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    • jm says:

      That part got to me too. I nearly cried, I think because I’m feeling emotional anyway and that’s something I would think of to write about, something I would write about if I could in fact write. Maybe that’s it. I’m sad because the words are stuck. Now I’m making this all about me.

      Bill, fantastic writing. Really. You always get to me.

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    • pinklightsabre says:

      Yes, had to leave the pets at home with my mom in Germany because we have Ginger too much sedative and she was deemed unfit to fly. So they flew alone, as cargo, through a logistics company.

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  4. Oh you had me with the continuity line. Is that it? Is that what makes siblings both love and hate each other? They’ve seen it all: the good and the bad and the mundane. The mere fact that they’ve stuck around makes them more special than most. As with pets. But perhaps it’s something else – with the continuity of day in day out we get to see the shit (literally, on long uncomfortable flights with weird union workers in too much high vis) but we also get to see every day: the vulnerable and scared and excited and passionate, and the many facets that make us human (or animals at the very least). As I discovered in the Inside Out film, the font of all my knowledge right now, it’s the shit and hard times – the sadness that bring us closer. So the pets look at your children with a different expression because they’ve been through some stuff together. It forever makes them closer. They’re like the Dude and Walter in the Big Lebowski, scattering their friend, ‘Donny Who Loved Bowling’s’, ashes.

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    • pinklightsabre says:

      I wonder if anyone has ever said ‘you had me with the continuity line.’ I don’t have siblings, sometimes wish I did, but I don’t know if that’s it. Seems to be it, between our pets, but that’s also a stretch maybe. My kids watched Inside Out but I haven’t yet — although I can relate to that scene in the Big Lebowski, glad you included it, as I just watched it again when we were in Germany last year. And there’s something about that scene that seems to be anti-sentiment, kind of in-your-face existentialism, the fact that after he dies Jeff Bridges doesn’t act any different at all when the bartender asks how things are, I’m not sure he even mentions his friend died. It’s like they don’t have the capacity to care so much, but then that hug between Walter and the Dude, the Vietnam stuff, there’s more under the surface to that film — maybe why it endures. My German friend said it’s popular in Germany because they translate the word Fuck with a German word that’s loosely comparable but not often heard, so Germans like hearing that word over and over and over again.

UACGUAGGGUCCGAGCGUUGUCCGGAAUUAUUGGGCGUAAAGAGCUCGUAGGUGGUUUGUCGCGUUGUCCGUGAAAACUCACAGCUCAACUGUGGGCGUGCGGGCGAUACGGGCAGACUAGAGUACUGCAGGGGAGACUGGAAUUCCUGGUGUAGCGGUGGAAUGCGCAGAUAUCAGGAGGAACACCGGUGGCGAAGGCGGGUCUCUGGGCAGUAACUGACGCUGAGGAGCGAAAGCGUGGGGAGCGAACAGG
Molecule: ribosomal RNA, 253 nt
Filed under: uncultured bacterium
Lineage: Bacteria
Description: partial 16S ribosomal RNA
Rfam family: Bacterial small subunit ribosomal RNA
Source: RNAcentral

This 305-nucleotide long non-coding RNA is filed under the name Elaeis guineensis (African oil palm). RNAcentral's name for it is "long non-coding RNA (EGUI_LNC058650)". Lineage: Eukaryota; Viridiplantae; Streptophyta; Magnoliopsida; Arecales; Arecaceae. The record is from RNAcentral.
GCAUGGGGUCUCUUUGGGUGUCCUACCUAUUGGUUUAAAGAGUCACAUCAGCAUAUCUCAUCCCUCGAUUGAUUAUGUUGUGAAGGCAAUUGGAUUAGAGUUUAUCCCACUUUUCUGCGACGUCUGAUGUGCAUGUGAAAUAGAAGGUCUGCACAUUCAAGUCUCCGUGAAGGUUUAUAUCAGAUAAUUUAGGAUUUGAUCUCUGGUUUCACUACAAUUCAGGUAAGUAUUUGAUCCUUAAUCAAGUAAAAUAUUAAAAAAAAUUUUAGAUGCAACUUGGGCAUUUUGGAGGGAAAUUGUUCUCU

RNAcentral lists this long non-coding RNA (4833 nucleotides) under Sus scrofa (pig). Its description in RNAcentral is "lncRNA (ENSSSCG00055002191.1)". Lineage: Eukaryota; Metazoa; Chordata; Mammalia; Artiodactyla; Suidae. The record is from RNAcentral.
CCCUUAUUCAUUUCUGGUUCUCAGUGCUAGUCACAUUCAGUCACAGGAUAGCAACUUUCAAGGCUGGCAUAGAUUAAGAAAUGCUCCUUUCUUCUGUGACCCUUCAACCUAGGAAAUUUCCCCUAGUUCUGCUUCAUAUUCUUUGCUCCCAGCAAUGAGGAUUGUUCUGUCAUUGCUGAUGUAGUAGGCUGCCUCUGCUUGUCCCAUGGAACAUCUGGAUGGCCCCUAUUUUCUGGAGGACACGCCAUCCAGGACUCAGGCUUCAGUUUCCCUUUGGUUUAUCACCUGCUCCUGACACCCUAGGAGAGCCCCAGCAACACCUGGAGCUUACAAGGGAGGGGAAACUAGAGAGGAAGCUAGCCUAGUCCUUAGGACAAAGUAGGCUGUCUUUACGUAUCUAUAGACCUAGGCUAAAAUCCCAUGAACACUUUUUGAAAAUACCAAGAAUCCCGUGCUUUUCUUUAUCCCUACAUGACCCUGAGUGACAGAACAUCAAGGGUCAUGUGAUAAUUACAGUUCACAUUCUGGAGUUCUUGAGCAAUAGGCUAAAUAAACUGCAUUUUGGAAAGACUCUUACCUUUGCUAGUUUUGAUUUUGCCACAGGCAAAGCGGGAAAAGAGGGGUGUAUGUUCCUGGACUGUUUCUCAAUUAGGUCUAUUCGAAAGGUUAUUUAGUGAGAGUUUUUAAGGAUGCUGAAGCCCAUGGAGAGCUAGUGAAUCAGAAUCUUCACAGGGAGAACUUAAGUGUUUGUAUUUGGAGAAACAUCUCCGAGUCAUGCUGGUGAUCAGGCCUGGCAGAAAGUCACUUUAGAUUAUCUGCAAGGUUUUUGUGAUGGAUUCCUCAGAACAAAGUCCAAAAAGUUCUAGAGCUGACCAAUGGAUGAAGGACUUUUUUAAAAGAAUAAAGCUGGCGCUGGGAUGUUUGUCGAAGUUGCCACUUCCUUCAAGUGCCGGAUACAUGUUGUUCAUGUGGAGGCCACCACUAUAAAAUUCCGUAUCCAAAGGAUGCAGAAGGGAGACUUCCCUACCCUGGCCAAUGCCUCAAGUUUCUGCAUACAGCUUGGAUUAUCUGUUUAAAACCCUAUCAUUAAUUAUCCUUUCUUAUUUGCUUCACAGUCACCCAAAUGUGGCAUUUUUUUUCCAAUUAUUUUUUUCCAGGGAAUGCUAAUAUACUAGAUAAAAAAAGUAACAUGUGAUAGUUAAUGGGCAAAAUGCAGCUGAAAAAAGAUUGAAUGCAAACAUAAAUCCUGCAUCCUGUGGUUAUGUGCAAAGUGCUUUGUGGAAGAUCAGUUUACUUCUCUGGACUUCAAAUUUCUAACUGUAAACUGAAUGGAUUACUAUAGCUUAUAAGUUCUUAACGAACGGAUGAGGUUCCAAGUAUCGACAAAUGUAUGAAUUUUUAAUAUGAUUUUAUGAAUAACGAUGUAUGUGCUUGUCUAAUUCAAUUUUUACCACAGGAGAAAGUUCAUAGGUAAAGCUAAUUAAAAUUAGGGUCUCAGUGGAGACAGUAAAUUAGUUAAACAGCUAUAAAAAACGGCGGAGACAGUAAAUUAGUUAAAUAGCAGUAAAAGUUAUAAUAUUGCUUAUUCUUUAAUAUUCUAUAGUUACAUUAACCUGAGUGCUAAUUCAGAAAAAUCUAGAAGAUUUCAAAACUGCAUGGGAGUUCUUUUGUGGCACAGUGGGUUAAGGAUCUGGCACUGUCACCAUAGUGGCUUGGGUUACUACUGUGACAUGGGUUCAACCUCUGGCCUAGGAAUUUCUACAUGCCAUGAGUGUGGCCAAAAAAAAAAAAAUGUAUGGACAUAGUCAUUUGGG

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  5. Hemangini says:

    I can’t quite put my finger on why the dog looks so mildly unhappy while the cat s face is that of a bliss. Any ideas?

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    • pinklightsabre says:

      The dog is missing my mom, having lived with her in Germany for nine months, spoiled. The cat is like all cats, kind of detached, kind of too cool for moping. Thanks for stopping in my friend and commenting. Bill

      Liked by 1 person

      • Hemangini says:

        ooh, I hope your dog gets to meet your mom soon 😀 and that cat of yours can be on a magazine cover. haha

        the pleasure is all mine. 😀 Have a wonderful night. GN 🙂

        Liked by 1 person